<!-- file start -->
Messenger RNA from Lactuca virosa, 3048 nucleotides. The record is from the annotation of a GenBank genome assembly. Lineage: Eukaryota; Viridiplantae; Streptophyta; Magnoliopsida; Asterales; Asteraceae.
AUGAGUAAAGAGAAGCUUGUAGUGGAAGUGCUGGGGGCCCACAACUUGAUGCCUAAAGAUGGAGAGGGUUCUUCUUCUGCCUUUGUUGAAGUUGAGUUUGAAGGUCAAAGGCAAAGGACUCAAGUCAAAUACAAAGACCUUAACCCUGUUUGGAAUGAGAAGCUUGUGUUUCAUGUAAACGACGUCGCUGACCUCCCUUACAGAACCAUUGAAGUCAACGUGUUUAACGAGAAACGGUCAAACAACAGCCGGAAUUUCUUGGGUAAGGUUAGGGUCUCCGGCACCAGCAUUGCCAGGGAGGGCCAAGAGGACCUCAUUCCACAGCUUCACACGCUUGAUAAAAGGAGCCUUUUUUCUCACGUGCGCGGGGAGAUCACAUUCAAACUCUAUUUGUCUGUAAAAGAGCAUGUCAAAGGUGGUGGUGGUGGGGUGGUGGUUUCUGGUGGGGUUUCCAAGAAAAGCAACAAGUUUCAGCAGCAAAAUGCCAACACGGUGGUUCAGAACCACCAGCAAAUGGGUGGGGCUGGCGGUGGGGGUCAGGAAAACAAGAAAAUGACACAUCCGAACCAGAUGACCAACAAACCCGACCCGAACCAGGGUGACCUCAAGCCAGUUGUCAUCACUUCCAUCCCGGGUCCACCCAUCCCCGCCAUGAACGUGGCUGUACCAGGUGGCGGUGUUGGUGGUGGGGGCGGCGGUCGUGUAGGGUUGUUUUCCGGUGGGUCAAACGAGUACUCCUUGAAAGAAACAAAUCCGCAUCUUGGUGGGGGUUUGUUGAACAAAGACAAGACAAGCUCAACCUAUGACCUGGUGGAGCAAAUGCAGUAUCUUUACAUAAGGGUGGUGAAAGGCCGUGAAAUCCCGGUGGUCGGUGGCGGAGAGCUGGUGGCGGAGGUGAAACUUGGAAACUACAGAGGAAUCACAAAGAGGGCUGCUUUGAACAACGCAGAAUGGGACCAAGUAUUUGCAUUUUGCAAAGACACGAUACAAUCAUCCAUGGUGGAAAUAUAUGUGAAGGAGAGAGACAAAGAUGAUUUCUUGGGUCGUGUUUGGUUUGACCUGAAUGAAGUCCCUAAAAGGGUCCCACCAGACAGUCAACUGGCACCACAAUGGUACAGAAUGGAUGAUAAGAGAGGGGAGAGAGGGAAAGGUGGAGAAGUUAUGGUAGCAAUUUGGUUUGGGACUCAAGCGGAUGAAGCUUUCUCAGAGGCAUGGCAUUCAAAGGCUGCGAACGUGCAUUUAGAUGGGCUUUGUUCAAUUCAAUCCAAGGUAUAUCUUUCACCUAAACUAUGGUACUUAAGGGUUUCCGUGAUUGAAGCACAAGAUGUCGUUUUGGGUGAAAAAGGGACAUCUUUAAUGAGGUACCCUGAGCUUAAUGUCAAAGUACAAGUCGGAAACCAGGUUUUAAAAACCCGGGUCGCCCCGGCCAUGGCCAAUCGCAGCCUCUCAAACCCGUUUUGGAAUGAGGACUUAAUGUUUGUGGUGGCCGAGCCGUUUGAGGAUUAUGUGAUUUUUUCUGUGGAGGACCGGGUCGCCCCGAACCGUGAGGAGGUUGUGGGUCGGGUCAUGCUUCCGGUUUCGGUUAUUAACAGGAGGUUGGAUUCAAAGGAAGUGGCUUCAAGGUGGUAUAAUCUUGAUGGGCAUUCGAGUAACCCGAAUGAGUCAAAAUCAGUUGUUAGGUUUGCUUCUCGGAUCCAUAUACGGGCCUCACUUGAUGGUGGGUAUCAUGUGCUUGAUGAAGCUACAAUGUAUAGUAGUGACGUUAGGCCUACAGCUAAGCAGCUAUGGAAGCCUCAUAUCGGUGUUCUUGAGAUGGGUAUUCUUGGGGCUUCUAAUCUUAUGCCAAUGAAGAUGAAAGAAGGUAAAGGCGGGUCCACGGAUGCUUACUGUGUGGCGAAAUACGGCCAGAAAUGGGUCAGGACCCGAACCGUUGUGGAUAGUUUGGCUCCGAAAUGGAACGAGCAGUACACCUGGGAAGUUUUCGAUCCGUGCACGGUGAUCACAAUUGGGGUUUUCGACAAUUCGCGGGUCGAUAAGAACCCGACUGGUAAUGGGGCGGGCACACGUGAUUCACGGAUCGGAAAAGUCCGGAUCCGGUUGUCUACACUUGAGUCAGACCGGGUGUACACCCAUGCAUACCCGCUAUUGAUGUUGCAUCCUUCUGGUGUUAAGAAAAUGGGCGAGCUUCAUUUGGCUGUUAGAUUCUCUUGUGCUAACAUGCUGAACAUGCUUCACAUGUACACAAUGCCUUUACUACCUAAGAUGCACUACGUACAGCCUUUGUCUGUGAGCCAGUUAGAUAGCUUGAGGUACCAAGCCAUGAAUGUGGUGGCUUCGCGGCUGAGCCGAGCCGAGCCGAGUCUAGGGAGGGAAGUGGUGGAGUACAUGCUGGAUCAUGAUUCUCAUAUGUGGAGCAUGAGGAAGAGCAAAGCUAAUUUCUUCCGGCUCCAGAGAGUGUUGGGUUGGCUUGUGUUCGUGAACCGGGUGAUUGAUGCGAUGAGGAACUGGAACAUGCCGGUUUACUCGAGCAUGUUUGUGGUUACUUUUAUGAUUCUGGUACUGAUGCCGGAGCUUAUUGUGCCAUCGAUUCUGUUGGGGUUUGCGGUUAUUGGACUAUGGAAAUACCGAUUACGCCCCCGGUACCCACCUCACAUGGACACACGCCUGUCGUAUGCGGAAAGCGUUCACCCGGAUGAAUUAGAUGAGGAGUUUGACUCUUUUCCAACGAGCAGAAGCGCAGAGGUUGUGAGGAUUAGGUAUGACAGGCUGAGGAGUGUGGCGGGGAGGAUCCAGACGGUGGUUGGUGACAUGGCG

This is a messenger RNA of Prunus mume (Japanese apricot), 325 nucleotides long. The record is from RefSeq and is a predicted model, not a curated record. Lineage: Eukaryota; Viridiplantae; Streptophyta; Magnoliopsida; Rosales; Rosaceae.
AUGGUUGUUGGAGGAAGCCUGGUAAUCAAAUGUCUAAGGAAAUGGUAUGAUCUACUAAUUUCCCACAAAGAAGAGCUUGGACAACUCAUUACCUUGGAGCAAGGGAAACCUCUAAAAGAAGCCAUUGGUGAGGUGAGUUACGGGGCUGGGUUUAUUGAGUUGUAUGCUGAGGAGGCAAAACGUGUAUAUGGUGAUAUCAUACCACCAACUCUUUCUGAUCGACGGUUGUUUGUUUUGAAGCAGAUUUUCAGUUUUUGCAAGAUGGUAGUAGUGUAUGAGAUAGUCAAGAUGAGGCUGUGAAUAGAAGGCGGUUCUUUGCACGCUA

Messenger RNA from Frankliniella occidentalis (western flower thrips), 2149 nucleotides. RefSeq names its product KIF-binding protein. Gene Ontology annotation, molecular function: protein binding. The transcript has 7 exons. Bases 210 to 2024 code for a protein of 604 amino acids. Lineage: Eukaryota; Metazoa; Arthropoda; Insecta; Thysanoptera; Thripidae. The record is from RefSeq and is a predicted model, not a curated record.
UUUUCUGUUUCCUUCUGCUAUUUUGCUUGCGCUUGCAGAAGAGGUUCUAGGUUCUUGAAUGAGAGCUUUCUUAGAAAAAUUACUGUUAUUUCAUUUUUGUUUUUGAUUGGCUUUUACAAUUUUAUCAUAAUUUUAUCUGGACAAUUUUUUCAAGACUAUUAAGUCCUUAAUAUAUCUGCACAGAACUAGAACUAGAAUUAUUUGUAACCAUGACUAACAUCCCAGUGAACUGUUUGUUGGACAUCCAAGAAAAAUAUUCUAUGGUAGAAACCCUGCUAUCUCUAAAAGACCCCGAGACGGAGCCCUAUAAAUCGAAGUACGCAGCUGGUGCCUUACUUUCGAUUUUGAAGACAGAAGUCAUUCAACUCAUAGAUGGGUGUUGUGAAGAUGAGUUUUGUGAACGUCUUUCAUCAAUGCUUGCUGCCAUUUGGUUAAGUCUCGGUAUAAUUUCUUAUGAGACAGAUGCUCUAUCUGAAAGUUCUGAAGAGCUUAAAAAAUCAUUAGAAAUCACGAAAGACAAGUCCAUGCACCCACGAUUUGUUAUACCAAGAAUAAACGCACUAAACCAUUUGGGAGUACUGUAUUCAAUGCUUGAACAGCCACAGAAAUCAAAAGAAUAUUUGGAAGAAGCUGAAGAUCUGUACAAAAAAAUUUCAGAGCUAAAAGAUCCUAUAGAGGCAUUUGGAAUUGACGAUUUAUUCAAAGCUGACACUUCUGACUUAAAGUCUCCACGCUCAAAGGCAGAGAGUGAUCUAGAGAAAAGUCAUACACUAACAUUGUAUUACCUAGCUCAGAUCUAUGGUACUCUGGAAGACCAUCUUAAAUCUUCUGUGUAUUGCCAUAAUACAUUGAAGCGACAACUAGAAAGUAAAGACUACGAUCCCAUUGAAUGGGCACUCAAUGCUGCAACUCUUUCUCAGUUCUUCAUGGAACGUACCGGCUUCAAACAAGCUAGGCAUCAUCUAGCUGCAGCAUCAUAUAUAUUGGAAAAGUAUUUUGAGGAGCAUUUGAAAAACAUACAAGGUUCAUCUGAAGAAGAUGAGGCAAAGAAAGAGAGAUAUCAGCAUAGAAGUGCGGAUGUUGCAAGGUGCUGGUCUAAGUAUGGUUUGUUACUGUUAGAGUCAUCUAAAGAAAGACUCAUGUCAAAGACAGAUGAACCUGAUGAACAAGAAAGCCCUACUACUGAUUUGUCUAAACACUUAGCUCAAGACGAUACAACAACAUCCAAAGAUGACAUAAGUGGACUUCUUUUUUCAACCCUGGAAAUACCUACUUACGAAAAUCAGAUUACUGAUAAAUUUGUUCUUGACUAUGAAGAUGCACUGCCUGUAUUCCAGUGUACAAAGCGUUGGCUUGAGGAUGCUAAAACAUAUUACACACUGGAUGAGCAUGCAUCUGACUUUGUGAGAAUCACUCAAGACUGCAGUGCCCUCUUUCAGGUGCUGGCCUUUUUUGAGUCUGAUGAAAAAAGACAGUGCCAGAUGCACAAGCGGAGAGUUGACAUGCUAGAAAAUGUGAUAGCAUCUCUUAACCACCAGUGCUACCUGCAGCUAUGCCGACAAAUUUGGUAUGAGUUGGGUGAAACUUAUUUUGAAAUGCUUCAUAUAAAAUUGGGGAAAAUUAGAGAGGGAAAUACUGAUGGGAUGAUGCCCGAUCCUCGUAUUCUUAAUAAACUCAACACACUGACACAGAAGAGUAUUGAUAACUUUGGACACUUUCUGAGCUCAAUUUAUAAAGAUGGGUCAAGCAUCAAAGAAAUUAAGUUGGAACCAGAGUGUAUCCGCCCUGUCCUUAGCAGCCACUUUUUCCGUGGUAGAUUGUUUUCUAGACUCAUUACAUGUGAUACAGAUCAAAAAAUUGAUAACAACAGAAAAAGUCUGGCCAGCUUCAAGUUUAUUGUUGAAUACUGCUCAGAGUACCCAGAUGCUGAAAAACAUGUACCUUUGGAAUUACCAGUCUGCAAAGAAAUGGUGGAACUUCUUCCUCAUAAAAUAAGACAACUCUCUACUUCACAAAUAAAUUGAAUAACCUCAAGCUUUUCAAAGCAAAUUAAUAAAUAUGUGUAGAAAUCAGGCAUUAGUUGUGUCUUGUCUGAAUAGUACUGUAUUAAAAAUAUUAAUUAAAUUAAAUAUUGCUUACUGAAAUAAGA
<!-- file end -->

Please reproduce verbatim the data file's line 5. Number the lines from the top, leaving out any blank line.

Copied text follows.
Messenger RNA from Frankliniella occidentalis (western flower thrips), 2149 nucleotides. RefSeq names its product KIF-binding protein. Gene Ontology annotation, molecular function: protein binding. The transcript has 7 exons. Bases 210 to 2024 code for a protein of 604 amino acids. Lineage: Eukaryota; Metazoa; Arthropoda; Insecta; Thysanoptera; Thripidae. The record is from RefSeq and is a predicted model, not a curated record.